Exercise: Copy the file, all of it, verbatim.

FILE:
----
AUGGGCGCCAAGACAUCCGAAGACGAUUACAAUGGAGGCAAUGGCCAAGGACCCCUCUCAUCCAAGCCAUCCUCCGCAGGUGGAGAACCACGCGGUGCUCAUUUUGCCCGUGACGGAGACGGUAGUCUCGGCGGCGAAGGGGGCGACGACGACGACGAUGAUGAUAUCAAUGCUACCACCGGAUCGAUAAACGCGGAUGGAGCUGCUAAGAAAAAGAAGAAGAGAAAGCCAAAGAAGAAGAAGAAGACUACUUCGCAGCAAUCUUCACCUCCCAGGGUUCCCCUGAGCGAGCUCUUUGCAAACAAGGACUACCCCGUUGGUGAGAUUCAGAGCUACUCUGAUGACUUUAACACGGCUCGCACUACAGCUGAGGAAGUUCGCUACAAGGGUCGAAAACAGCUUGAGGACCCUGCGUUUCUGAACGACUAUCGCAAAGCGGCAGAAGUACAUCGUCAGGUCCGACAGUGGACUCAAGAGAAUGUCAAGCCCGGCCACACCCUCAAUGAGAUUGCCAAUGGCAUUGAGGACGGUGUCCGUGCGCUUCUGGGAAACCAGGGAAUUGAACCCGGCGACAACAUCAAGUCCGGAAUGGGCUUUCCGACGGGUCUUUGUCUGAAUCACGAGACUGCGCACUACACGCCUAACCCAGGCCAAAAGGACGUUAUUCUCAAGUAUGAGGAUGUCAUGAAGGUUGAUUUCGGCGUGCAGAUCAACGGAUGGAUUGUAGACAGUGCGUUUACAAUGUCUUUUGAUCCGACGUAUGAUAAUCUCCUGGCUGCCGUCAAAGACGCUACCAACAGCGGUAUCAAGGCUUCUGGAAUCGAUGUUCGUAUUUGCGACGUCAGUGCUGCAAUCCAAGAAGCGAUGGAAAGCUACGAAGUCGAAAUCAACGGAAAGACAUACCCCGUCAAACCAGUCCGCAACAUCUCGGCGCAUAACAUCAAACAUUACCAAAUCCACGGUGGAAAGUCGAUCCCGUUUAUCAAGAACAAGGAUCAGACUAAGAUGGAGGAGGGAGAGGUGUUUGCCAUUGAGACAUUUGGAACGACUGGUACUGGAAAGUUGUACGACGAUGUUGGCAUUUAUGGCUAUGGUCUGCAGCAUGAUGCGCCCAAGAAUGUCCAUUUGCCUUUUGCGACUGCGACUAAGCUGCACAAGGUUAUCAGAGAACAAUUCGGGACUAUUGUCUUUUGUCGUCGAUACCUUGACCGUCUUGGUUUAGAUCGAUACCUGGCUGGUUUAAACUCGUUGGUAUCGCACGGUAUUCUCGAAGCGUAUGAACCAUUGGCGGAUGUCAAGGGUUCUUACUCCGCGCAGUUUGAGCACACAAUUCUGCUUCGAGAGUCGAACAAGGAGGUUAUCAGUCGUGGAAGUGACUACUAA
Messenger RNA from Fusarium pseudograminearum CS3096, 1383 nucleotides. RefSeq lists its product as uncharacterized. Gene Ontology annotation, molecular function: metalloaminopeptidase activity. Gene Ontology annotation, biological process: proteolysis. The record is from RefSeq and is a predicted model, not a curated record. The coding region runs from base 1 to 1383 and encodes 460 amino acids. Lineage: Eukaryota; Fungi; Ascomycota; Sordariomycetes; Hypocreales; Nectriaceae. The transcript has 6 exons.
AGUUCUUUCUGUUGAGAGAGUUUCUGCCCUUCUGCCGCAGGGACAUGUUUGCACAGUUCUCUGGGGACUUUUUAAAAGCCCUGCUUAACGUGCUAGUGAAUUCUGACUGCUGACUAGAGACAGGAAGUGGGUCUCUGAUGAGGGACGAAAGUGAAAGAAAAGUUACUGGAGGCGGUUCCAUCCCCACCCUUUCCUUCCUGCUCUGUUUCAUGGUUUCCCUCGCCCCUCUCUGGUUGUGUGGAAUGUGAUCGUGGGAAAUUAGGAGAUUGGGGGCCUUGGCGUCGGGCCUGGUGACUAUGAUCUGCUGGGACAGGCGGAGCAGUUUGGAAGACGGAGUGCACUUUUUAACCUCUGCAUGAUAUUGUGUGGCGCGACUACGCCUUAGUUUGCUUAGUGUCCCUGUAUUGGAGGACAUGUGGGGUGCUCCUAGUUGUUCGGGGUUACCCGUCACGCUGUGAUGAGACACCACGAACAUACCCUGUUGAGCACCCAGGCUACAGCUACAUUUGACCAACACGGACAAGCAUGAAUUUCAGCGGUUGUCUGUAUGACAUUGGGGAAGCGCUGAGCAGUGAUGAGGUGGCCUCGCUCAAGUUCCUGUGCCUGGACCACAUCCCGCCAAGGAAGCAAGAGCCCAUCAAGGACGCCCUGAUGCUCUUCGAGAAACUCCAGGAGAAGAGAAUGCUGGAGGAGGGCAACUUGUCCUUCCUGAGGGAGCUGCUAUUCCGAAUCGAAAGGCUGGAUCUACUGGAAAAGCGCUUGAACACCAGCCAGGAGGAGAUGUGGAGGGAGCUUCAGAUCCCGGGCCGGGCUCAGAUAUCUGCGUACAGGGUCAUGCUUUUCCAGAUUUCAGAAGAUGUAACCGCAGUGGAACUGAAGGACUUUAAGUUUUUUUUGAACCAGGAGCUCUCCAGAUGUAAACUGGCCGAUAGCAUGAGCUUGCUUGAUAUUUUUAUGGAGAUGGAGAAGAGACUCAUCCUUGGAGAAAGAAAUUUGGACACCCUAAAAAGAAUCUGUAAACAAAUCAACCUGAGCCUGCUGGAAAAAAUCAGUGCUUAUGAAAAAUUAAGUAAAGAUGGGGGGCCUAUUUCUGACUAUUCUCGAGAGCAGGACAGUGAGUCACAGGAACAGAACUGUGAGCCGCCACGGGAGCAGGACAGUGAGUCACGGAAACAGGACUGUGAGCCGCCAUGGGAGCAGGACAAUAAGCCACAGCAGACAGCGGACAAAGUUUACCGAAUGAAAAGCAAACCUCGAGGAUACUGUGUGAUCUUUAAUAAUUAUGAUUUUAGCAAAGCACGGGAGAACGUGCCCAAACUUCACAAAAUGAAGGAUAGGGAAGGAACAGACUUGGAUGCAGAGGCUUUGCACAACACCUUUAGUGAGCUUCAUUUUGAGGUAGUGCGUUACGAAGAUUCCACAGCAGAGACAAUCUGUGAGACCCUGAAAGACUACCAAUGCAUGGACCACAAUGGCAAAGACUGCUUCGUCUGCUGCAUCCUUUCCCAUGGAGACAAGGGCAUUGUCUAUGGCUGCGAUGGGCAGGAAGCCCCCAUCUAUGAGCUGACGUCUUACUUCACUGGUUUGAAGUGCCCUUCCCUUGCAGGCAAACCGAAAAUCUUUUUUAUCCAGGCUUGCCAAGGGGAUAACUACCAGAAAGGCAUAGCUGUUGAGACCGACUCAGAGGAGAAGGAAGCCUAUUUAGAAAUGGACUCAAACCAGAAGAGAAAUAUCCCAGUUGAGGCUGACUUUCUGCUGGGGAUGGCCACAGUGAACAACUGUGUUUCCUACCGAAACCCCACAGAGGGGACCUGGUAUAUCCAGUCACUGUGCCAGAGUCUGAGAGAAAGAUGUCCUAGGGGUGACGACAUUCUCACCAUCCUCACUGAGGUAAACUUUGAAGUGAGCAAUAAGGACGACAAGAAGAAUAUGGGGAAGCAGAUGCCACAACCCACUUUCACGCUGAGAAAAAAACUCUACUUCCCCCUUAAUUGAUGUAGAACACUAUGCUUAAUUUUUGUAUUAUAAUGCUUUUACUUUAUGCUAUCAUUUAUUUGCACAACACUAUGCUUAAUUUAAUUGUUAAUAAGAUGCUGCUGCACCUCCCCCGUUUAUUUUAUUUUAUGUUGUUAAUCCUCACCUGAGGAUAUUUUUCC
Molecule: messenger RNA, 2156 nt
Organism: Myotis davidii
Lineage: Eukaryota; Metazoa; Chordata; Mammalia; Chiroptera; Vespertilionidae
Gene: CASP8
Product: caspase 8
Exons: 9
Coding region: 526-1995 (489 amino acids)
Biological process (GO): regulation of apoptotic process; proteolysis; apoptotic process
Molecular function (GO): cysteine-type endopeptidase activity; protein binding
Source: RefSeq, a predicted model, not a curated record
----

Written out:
AUGGGCGCCAAGACAUCCGAAGACGAUUACAAUGGAGGCAAUGGCCAAGGACCCCUCUCAUCCAAGCCAUCCUCCGCAGGUGGAGAACCACGCGGUGCUCAUUUUGCCCGUGACGGAGACGGUAGUCUCGGCGGCGAAGGGGGCGACGACGACGACGAUGAUGAUAUCAAUGCUACCACCGGAUCGAUAAACGCGGAUGGAGCUGCUAAGAAAAAGAAGAAGAGAAAGCCAAAGAAGAAGAAGAAGACUACUUCGCAGCAAUCUUCACCUCCCAGGGUUCCCCUGAGCGAGCUCUUUGCAAACAAGGACUACCCCGUUGGUGAGAUUCAGAGCUACUCUGAUGACUUUAACACGGCUCGCACUACAGCUGAGGAAGUUCGCUACAAGGGUCGAAAACAGCUUGAGGACCCUGCGUUUCUGAACGACUAUCGCAAAGCGGCAGAAGUACAUCGUCAGGUCCGACAGUGGACUCAAGAGAAUGUCAAGCCCGGCCACACCCUCAAUGAGAUUGCCAAUGGCAUUGAGGACGGUGUCCGUGCGCUUCUGGGAAACCAGGGAAUUGAACCCGGCGACAACAUCAAGUCCGGAAUGGGCUUUCCGACGGGUCUUUGUCUGAAUCACGAGACUGCGCACUACACGCCUAACCCAGGCCAAAAGGACGUUAUUCUCAAGUAUGAGGAUGUCAUGAAGGUUGAUUUCGGCGUGCAGAUCAACGGAUGGAUUGUAGACAGUGCGUUUACAAUGUCUUUUGAUCCGACGUAUGAUAAUCUCCUGGCUGCCGUCAAAGACGCUACCAACAGCGGUAUCAAGGCUUCUGGAAUCGAUGUUCGUAUUUGCGACGUCAGUGCUGCAAUCCAAGAAGCGAUGGAAAGCUACGAAGUCGAAAUCAACGGAAAGACAUACCCCGUCAAACCAGUCCGCAACAUCUCGGCGCAUAACAUCAAACAUUACCAAAUCCACGGUGGAAAGUCGAUCCCGUUUAUCAAGAACAAGGAUCAGACUAAGAUGGAGGAGGGAGAGGUGUUUGCCAUUGAGACAUUUGGAACGACUGGUACUGGAAAGUUGUACGACGAUGUUGGCAUUUAUGGCUAUGGUCUGCAGCAUGAUGCGCCCAAGAAUGUCCAUUUGCCUUUUGCGACUGCGACUAAGCUGCACAAGGUUAUCAGAGAACAAUUCGGGACUAUUGUCUUUUGUCGUCGAUACCUUGACCGUCUUGGUUUAGAUCGAUACCUGGCUGGUUUAAACUCGUUGGUAUCGCACGGUAUUCUCGAAGCGUAUGAACCAUUGGCGGAUGUCAAGGGUUCUUACUCCGCGCAGUUUGAGCACACAAUUCUGCUUCGAGAGUCGAACAAGGAGGUUAUCAGUCGUGGAAGUGACUACUAA
Messenger RNA from Fusarium pseudograminearum CS3096, 1383 nucleotides. RefSeq lists its product as uncharacterized. Gene Ontology annotation, molecular function: metalloaminopeptidase activity. Gene Ontology annotation, biological process: proteolysis. The record is from RefSeq and is a predicted model, not a curated record. The coding region runs from base 1 to 1383 and encodes 460 amino acids. Lineage: Eukaryota; Fungi; Ascomycota; Sordariomycetes; Hypocreales; Nectriaceae. The transcript has 6 exons.
AGUUCUUUCUGUUGAGAGAGUUUCUGCCCUUCUGCCGCAGGGACAUGUUUGCACAGUUCUCUGGGGACUUUUUAAAAGCCCUGCUUAACGUGCUAGUGAAUUCUGACUGCUGACUAGAGACAGGAAGUGGGUCUCUGAUGAGGGACGAAAGUGAAAGAAAAGUUACUGGAGGCGGUUCCAUCCCCACCCUUUCCUUCCUGCUCUGUUUCAUGGUUUCCCUCGCCCCUCUCUGGUUGUGUGGAAUGUGAUCGUGGGAAAUUAGGAGAUUGGGGGCCUUGGCGUCGGGCCUGGUGACUAUGAUCUGCUGGGACAGGCGGAGCAGUUUGGAAGACGGAGUGCACUUUUUAACCUCUGCAUGAUAUUGUGUGGCGCGACUACGCCUUAGUUUGCUUAGUGUCCCUGUAUUGGAGGACAUGUGGGGUGCUCCUAGUUGUUCGGGGUUACCCGUCACGCUGUGAUGAGACACCACGAACAUACCCUGUUGAGCACCCAGGCUACAGCUACAUUUGACCAACACGGACAAGCAUGAAUUUCAGCGGUUGUCUGUAUGACAUUGGGGAAGCGCUGAGCAGUGAUGAGGUGGCCUCGCUCAAGUUCCUGUGCCUGGACCACAUCCCGCCAAGGAAGCAAGAGCCCAUCAAGGACGCCCUGAUGCUCUUCGAGAAACUCCAGGAGAAGAGAAUGCUGGAGGAGGGCAACUUGUCCUUCCUGAGGGAGCUGCUAUUCCGAAUCGAAAGGCUGGAUCUACUGGAAAAGCGCUUGAACACCAGCCAGGAGGAGAUGUGGAGGGAGCUUCAGAUCCCGGGCCGGGCUCAGAUAUCUGCGUACAGGGUCAUGCUUUUCCAGAUUUCAGAAGAUGUAACCGCAGUGGAACUGAAGGACUUUAAGUUUUUUUUGAACCAGGAGCUCUCCAGAUGUAAACUGGCCGAUAGCAUGAGCUUGCUUGAUAUUUUUAUGGAGAUGGAGAAGAGACUCAUCCUUGGAGAAAGAAAUUUGGACACCCUAAAAAGAAUCUGUAAACAAAUCAACCUGAGCCUGCUGGAAAAAAUCAGUGCUUAUGAAAAAUUAAGUAAAGAUGGGGGGCCUAUUUCUGACUAUUCUCGAGAGCAGGACAGUGAGUCACAGGAACAGAACUGUGAGCCGCCACGGGAGCAGGACAGUGAGUCACGGAAACAGGACUGUGAGCCGCCAUGGGAGCAGGACAAUAAGCCACAGCAGACAGCGGACAAAGUUUACCGAAUGAAAAGCAAACCUCGAGGAUACUGUGUGAUCUUUAAUAAUUAUGAUUUUAGCAAAGCACGGGAGAACGUGCCCAAACUUCACAAAAUGAAGGAUAGGGAAGGAACAGACUUGGAUGCAGAGGCUUUGCACAACACCUUUAGUGAGCUUCAUUUUGAGGUAGUGCGUUACGAAGAUUCCACAGCAGAGACAAUCUGUGAGACCCUGAAAGACUACCAAUGCAUGGACCACAAUGGCAAAGACUGCUUCGUCUGCUGCAUCCUUUCCCAUGGAGACAAGGGCAUUGUCUAUGGCUGCGAUGGGCAGGAAGCCCCCAUCUAUGAGCUGACGUCUUACUUCACUGGUUUGAAGUGCCCUUCCCUUGCAGGCAAACCGAAAAUCUUUUUUAUCCAGGCUUGCCAAGGGGAUAACUACCAGAAAGGCAUAGCUGUUGAGACCGACUCAGAGGAGAAGGAAGCCUAUUUAGAAAUGGACUCAAACCAGAAGAGAAAUAUCCCAGUUGAGGCUGACUUUCUGCUGGGGAUGGCCACAGUGAACAACUGUGUUUCCUACCGAAACCCCACAGAGGGGACCUGGUAUAUCCAGUCACUGUGCCAGAGUCUGAGAGAAAGAUGUCCUAGGGGUGACGACAUUCUCACCAUCCUCACUGAGGUAAACUUUGAAGUGAGCAAUAAGGACGACAAGAAGAAUAUGGGGAAGCAGAUGCCACAACCCACUUUCACGCUGAGAAAAAAACUCUACUUCCCCCUUAAUUGAUGUAGAACACUAUGCUUAAUUUUUGUAUUAUAAUGCUUUUACUUUAUGCUAUCAUUUAUUUGCACAACACUAUGCUUAAUUUAAUUGUUAAUAAGAUGCUGCUGCACCUCCCCCGUUUAUUUUAUUUUAUGUUGUUAAUCCUCACCUGAGGAUAUUUUUCC
Molecule: messenger RNA, 2156 nt
Organism: Myotis davidii
Lineage: Eukaryota; Metazoa; Chordata; Mammalia; Chiroptera; Vespertilionidae
Gene: CASP8
Product: caspase 8
Exons: 9
Coding region: 526-1995 (489 amino acids)
Biological process (GO): regulation of apoptotic process; proteolysis; apoptotic process
Molecular function (GO): cysteine-type endopeptidase activity; protein binding
Source: RefSeq, a predicted model, not a curated record